Since the outbreak of swine flu, a controversy has been brewing in the healthcare field. Some hospitals have changed their policies of voluntary flu vaccination for their employees to making vaccination mandatory. Some healthcare workers believe it a heavy-handed move by employers to require vaccination. Nevertheless, several hospitals have moved in that direction.
According to the Los Angeles Times, a study was published on the issue this week in the journal, Infection Control and Hospital Epidemiology. It was endorsed by the Infectious Diseases Society of America and was written by representatives of the Society for Healthcare Epidemiology.
The authors take the position that hospitals, clinics and doctors' offices should make getting an annual flu shot a condition of new and continued employment. There would be an exception for a healthcare worker who has a valid medical reason not to get the vaccination. The authors believe that the low risk of complication from a flu vaccination is worth the benefits that healthcare facilities would enjoy by having all healthcare workers vaccinated.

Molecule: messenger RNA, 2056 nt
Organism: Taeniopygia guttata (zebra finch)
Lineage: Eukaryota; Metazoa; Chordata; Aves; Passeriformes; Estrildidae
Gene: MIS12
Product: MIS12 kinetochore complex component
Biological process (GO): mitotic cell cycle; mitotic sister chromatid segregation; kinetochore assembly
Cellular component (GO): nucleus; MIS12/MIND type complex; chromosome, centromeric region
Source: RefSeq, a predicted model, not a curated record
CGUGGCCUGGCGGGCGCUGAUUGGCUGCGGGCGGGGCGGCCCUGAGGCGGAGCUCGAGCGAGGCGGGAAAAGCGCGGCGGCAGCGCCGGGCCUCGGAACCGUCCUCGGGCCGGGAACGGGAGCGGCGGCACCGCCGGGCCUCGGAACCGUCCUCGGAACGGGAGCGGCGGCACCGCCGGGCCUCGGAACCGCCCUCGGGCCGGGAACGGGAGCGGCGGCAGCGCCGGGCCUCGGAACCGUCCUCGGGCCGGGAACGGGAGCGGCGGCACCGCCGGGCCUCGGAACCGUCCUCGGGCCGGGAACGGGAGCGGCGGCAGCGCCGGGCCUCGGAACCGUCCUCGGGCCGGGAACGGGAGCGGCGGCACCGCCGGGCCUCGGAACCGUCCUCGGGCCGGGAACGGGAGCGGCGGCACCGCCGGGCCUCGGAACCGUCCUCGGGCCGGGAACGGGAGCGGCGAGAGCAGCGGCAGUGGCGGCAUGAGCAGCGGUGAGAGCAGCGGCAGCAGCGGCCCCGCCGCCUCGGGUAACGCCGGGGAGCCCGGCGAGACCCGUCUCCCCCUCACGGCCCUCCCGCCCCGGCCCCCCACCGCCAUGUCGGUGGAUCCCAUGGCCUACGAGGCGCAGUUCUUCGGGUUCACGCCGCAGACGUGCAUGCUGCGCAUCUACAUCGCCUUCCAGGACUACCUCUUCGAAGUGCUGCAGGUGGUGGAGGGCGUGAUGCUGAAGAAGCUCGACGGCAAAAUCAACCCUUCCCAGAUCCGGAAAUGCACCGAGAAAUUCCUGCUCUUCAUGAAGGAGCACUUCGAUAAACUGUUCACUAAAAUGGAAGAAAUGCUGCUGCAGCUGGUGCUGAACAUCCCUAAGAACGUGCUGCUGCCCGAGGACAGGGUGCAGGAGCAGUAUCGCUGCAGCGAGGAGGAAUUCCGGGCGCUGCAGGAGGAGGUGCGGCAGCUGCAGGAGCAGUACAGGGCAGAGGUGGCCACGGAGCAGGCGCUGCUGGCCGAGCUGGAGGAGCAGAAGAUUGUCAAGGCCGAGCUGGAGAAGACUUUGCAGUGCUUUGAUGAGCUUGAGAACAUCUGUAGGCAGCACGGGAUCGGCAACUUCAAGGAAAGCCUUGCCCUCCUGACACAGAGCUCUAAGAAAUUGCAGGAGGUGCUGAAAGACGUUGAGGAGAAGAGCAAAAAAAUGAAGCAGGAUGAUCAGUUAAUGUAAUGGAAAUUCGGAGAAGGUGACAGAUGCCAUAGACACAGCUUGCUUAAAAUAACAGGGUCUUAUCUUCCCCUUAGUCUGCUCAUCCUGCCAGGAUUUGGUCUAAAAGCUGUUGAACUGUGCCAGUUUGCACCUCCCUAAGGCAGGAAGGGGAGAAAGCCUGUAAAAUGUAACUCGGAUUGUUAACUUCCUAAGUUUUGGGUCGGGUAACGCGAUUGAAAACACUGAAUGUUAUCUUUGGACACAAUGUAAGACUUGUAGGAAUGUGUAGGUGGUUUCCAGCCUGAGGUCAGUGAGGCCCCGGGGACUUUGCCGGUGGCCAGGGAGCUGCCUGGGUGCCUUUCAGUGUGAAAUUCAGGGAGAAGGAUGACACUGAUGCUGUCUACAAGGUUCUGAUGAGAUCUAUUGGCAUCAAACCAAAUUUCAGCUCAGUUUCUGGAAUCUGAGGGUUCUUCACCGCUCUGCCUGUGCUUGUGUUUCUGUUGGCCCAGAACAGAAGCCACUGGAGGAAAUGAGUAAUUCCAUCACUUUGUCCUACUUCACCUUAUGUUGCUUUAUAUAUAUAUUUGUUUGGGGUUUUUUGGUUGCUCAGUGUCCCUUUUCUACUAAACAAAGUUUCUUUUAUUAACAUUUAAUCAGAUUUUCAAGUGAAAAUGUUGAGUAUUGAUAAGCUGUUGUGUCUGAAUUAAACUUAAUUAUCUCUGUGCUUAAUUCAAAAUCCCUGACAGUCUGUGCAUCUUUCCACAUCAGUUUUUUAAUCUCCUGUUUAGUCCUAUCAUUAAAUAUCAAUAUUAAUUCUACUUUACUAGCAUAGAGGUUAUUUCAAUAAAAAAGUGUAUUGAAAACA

The study states that the spread of flu and deaths from complications of the flu are both reduced when all healthcare workers in a hospital are immunized. In the event of pandemic flu, there would also be more healthy workers on hand to staff the hospital. The authors also point out that there is a legal precedent for mandatory flu vaccination because healthcare workers are already required to undergo annual testing for tuberculosis and provide documentation of being up to date with other vaccinations.